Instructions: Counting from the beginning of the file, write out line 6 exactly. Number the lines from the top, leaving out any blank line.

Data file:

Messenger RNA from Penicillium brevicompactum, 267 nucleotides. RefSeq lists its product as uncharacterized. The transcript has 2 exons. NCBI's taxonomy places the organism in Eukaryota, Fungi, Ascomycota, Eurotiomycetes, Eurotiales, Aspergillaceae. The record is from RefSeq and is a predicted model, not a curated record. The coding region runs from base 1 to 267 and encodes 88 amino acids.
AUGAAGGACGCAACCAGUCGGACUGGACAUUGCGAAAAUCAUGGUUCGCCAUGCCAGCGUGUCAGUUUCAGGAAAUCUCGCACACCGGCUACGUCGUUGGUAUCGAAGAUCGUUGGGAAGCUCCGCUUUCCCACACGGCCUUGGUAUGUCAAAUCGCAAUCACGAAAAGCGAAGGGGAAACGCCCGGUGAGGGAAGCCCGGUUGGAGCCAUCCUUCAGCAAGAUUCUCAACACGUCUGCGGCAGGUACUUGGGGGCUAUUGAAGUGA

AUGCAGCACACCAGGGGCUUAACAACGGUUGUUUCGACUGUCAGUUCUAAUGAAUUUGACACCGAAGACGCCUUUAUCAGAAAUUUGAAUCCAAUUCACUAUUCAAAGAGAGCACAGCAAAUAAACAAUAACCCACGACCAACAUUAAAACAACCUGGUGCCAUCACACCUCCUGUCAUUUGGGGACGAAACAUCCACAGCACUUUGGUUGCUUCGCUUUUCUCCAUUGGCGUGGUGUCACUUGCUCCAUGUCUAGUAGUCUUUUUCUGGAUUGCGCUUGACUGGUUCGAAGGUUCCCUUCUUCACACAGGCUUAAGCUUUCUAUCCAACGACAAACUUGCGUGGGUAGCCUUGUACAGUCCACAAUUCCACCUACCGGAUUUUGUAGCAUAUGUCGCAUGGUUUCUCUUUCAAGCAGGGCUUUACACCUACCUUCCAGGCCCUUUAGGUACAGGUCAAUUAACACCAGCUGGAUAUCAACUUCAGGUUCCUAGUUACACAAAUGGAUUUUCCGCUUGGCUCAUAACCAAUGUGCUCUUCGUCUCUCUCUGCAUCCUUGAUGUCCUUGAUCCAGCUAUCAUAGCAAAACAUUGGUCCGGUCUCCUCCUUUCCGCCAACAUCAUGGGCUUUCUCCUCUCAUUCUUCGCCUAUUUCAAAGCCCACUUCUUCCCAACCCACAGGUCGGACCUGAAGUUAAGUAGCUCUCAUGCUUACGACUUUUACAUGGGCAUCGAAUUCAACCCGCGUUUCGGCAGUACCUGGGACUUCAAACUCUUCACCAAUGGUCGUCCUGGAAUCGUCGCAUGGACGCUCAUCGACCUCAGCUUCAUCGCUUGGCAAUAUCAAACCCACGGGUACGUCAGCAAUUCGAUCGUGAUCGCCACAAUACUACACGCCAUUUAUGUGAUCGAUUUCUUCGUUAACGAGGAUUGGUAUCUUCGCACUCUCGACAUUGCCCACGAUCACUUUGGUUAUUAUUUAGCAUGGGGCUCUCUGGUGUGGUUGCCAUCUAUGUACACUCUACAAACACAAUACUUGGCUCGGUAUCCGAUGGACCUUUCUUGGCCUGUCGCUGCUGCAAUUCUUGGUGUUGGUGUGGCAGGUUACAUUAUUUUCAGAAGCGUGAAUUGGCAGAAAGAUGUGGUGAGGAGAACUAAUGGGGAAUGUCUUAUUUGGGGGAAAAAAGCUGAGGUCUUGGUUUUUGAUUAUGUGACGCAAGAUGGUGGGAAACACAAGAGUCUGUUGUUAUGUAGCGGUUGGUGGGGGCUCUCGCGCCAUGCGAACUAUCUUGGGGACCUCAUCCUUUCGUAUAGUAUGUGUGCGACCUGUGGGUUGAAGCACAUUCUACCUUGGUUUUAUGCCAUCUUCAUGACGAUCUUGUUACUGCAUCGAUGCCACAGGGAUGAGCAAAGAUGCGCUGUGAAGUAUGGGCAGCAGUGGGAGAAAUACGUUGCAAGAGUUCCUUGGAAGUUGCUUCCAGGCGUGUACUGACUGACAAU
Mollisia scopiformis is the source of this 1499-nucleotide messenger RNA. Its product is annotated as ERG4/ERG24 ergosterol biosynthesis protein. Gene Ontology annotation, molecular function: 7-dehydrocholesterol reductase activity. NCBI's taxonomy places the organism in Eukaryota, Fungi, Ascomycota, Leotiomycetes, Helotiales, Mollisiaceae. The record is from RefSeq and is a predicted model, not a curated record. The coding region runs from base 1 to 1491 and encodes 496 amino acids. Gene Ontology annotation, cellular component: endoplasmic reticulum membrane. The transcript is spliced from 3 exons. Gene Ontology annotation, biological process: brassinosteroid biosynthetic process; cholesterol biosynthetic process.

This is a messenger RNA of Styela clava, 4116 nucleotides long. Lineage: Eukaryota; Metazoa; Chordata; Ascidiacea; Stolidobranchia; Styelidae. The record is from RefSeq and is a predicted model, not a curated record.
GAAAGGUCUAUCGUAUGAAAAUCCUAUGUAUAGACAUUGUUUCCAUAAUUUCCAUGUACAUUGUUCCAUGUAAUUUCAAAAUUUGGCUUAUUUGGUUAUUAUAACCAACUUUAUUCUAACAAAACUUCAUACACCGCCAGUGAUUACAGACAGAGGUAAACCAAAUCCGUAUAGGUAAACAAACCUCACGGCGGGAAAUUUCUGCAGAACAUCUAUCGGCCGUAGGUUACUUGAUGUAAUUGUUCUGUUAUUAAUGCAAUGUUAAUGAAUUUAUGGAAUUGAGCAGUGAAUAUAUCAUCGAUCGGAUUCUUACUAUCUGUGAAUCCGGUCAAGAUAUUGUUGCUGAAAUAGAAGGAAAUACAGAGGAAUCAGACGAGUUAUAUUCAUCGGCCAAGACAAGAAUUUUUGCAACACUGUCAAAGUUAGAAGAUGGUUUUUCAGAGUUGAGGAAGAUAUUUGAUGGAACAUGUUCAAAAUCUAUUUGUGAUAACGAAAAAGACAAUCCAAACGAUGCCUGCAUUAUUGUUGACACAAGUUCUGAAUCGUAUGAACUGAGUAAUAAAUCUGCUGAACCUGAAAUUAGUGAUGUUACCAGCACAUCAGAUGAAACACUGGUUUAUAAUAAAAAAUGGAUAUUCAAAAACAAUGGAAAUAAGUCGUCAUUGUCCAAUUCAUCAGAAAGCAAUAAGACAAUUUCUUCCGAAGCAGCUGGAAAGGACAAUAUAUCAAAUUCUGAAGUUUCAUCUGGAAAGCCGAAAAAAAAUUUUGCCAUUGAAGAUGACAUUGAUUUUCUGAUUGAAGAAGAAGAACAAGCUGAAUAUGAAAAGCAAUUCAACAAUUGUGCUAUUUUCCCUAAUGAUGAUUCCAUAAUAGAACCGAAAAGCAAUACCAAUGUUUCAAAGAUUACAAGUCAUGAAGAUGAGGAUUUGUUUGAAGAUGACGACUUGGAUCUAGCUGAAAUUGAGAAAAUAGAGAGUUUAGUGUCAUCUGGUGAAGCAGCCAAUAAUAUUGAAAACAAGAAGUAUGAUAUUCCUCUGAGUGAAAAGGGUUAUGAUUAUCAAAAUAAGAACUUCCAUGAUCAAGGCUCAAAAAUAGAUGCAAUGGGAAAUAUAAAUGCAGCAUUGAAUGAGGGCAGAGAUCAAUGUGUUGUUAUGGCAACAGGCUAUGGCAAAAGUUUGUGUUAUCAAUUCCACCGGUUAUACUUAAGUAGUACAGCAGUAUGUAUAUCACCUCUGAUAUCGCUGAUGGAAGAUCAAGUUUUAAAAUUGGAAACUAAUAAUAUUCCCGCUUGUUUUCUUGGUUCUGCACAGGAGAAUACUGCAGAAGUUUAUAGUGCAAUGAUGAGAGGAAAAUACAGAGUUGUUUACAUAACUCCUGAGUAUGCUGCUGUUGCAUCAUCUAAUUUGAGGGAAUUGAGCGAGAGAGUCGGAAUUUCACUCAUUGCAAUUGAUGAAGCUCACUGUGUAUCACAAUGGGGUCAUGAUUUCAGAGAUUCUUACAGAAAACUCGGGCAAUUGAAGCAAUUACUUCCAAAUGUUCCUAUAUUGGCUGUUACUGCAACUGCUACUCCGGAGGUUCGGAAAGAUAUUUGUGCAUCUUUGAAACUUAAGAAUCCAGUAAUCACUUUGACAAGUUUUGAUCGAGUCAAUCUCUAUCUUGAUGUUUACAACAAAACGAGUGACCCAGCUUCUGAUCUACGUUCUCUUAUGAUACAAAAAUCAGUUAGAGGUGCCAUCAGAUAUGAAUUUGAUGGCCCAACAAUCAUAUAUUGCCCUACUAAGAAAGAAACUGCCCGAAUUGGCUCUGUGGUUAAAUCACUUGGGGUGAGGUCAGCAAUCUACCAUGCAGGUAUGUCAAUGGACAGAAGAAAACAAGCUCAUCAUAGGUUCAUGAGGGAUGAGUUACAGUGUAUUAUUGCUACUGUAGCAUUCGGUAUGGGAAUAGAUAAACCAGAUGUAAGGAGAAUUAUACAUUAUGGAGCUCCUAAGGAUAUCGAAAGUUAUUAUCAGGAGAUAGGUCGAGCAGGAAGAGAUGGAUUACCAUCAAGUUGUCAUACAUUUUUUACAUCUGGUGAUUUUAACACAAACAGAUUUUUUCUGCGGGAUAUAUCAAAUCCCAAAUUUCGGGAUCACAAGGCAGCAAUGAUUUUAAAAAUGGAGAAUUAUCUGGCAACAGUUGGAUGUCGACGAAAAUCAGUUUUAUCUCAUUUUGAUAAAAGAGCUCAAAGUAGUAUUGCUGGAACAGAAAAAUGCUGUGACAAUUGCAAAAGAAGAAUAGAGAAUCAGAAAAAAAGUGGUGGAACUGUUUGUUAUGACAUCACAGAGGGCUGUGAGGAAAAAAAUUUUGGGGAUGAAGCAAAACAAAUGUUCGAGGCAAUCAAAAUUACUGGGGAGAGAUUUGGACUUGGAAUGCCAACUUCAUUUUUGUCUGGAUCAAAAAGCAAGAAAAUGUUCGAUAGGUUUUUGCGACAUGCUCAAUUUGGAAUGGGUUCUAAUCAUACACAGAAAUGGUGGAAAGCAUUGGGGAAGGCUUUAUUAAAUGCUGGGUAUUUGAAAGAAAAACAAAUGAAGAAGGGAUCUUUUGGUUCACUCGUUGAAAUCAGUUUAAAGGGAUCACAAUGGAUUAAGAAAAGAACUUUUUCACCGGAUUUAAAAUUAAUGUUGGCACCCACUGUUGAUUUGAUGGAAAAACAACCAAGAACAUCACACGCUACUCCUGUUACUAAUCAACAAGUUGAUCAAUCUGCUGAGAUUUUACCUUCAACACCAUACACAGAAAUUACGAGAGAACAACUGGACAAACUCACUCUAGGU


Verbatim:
GAAAGGUCUAUCGUAUGAAAAUCCUAUGUAUAGACAUUGUUUCCAUAAUUUCCAUGUACAUUGUUCCAUGUAAUUUCAAAAUUUGGCUUAUUUGGUUAUUAUAACCAACUUUAUUCUAACAAAACUUCAUACACCGCCAGUGAUUACAGACAGAGGUAAACCAAAUCCGUAUAGGUAAACAAACCUCACGGCGGGAAAUUUCUGCAGAACAUCUAUCGGCCGUAGGUUACUUGAUGUAAUUGUUCUGUUAUUAAUGCAAUGUUAAUGAAUUUAUGGAAUUGAGCAGUGAAUAUAUCAUCGAUCGGAUUCUUACUAUCUGUGAAUCCGGUCAAGAUAUUGUUGCUGAAAUAGAAGGAAAUACAGAGGAAUCAGACGAGUUAUAUUCAUCGGCCAAGACAAGAAUUUUUGCAACACUGUCAAAGUUAGAAGAUGGUUUUUCAGAGUUGAGGAAGAUAUUUGAUGGAACAUGUUCAAAAUCUAUUUGUGAUAACGAAAAAGACAAUCCAAACGAUGCCUGCAUUAUUGUUGACACAAGUUCUGAAUCGUAUGAACUGAGUAAUAAAUCUGCUGAACCUGAAAUUAGUGAUGUUACCAGCACAUCAGAUGAAACACUGGUUUAUAAUAAAAAAUGGAUAUUCAAAAACAAUGGAAAUAAGUCGUCAUUGUCCAAUUCAUCAGAAAGCAAUAAGACAAUUUCUUCCGAAGCAGCUGGAAAGGACAAUAUAUCAAAUUCUGAAGUUUCAUCUGGAAAGCCGAAAAAAAAUUUUGCCAUUGAAGAUGACAUUGAUUUUCUGAUUGAAGAAGAAGAACAAGCUGAAUAUGAAAAGCAAUUCAACAAUUGUGCUAUUUUCCCUAAUGAUGAUUCCAUAAUAGAACCGAAAAGCAAUACCAAUGUUUCAAAGAUUACAAGUCAUGAAGAUGAGGAUUUGUUUGAAGAUGACGACUUGGAUCUAGCUGAAAUUGAGAAAAUAGAGAGUUUAGUGUCAUCUGGUGAAGCAGCCAAUAAUAUUGAAAACAAGAAGUAUGAUAUUCCUCUGAGUGAAAAGGGUUAUGAUUAUCAAAAUAAGAACUUCCAUGAUCAAGGCUCAAAAAUAGAUGCAAUGGGAAAUAUAAAUGCAGCAUUGAAUGAGGGCAGAGAUCAAUGUGUUGUUAUGGCAACAGGCUAUGGCAAAAGUUUGUGUUAUCAAUUCCACCGGUUAUACUUAAGUAGUACAGCAGUAUGUAUAUCACCUCUGAUAUCGCUGAUGGAAGAUCAAGUUUUAAAAUUGGAAACUAAUAAUAUUCCCGCUUGUUUUCUUGGUUCUGCACAGGAGAAUACUGCAGAAGUUUAUAGUGCAAUGAUGAGAGGAAAAUACAGAGUUGUUUACAUAACUCCUGAGUAUGCUGCUGUUGCAUCAUCUAAUUUGAGGGAAUUGAGCGAGAGAGUCGGAAUUUCACUCAUUGCAAUUGAUGAAGCUCACUGUGUAUCACAAUGGGGUCAUGAUUUCAGAGAUUCUUACAGAAAACUCGGGCAAUUGAAGCAAUUACUUCCAAAUGUUCCUAUAUUGGCUGUUACUGCAACUGCUACUCCGGAGGUUCGGAAAGAUAUUUGUGCAUCUUUGAAACUUAAGAAUCCAGUAAUCACUUUGACAAGUUUUGAUCGAGUCAAUCUCUAUCUUGAUGUUUACAACAAAACGAGUGACCCAGCUUCUGAUCUACGUUCUCUUAUGAUACAAAAAUCAGUUAGAGGUGCCAUCAGAUAUGAAUUUGAUGGCCCAACAAUCAUAUAUUGCCCUACUAAGAAAGAAACUGCCCGAAUUGGCUCUGUGGUUAAAUCACUUGGGGUGAGGUCAGCAAUCUACCAUGCAGGUAUGUCAAUGGACAGAAGAAAACAAGCUCAUCAUAGGUUCAUGAGGGAUGAGUUACAGUGUAUUAUUGCUACUGUAGCAUUCGGUAUGGGAAUAGAUAAACCAGAUGUAAGGAGAAUUAUACAUUAUGGAGCUCCUAAGGAUAUCGAAAGUUAUUAUCAGGAGAUAGGUCGAGCAGGAAGAGAUGGAUUACCAUCAAGUUGUCAUACAUUUUUUACAUCUGGUGAUUUUAACACAAACAGAUUUUUUCUGCGGGAUAUAUCAAAUCCCAAAUUUCGGGAUCACAAGGCAGCAAUGAUUUUAAAAAUGGAGAAUUAUCUGGCAACAGUUGGAUGUCGACGAAAAUCAGUUUUAUCUCAUUUUGAUAAAAGAGCUCAAAGUAGUAUUGCUGGAACAGAAAAAUGCUGUGACAAUUGCAAAAGAAGAAUAGAGAAUCAGAAAAAAAGUGGUGGAACUGUUUGUUAUGACAUCACAGAGGGCUGUGAGGAAAAAAAUUUUGGGGAUGAAGCAAAACAAAUGUUCGAGGCAAUCAAAAUUACUGGGGAGAGAUUUGGACUUGGAAUGCCAACUUCAUUUUUGUCUGGAUCAAAAAGCAAGAAAAUGUUCGAUAGGUUUUUGCGACAUGCUCAAUUUGGAAUGGGUUCUAAUCAUACACAGAAAUGGUGGAAAGCAUUGGGGAAGGCUUUAUUAAAUGCUGGGUAUUUGAAAGAAAAACAAAUGAAGAAGGGAUCUUUUGGUUCACUCGUUGAAAUCAGUUUAAAGGGAUCACAAUGGAUUAAGAAAAGAACUUUUUCACCGGAUUUAAAAUUAAUGUUGGCACCCACUGUUGAUUUGAUGGAAAAACAACCAAGAACAUCACACGCUACUCCUGUUACUAAUCAACAAGUUGAUCAAUCUGCUGAGAUUUUACCUUCAACACCAUACACAGAAAUUACGAGAGAACAACUGGACAAACUCACUCUAGGU